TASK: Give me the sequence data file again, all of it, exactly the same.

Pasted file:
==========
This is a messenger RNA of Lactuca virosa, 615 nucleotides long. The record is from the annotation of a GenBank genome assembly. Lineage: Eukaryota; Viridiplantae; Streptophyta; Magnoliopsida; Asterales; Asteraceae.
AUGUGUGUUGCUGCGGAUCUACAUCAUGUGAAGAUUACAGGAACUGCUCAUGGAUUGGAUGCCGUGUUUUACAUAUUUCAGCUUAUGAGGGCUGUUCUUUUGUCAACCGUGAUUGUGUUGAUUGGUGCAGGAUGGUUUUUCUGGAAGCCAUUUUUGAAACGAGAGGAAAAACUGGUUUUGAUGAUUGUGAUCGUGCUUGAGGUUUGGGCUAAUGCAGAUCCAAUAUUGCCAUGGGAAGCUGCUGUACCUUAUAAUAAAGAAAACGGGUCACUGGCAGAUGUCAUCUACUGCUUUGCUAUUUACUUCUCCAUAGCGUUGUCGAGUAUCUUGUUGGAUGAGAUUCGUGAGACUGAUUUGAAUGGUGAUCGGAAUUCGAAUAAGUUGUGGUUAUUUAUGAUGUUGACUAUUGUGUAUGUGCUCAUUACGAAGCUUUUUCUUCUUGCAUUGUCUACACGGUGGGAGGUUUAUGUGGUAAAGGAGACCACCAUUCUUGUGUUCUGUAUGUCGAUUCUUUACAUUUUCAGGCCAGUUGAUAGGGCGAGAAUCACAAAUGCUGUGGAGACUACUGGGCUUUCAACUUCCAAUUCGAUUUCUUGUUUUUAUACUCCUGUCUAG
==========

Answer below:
This is a messenger RNA of Lactuca virosa, 615 nucleotides long. The record is from the annotation of a GenBank genome assembly. Lineage: Eukaryota; Viridiplantae; Streptophyta; Magnoliopsida; Asterales; Asteraceae.
AUGUGUGUUGCUGCGGAUCUACAUCAUGUGAAGAUUACAGGAACUGCUCAUGGAUUGGAUGCCGUGUUUUACAUAUUUCAGCUUAUGAGGGCUGUUCUUUUGUCAACCGUGAUUGUGUUGAUUGGUGCAGGAUGGUUUUUCUGGAAGCCAUUUUUGAAACGAGAGGAAAAACUGGUUUUGAUGAUUGUGAUCGUGCUUGAGGUUUGGGCUAAUGCAGAUCCAAUAUUGCCAUGGGAAGCUGCUGUACCUUAUAAUAAAGAAAACGGGUCACUGGCAGAUGUCAUCUACUGCUUUGCUAUUUACUUCUCCAUAGCGUUGUCGAGUAUCUUGUUGGAUGAGAUUCGUGAGACUGAUUUGAAUGGUGAUCGGAAUUCGAAUAAGUUGUGGUUAUUUAUGAUGUUGACUAUUGUGUAUGUGCUCAUUACGAAGCUUUUUCUUCUUGCAUUGUCUACACGGUGGGAGGUUUAUGUGGUAAAGGAGACCACCAUUCUUGUGUUCUGUAUGUCGAUUCUUUACAUUUUCAGGCCAGUUGAUAGGGCGAGAAUCACAAAUGCUGUGGAGACUACUGGGCUUUCAACUUCCAAUUCGAUUUCUUGUUUUUAUACUCCUGUCUAG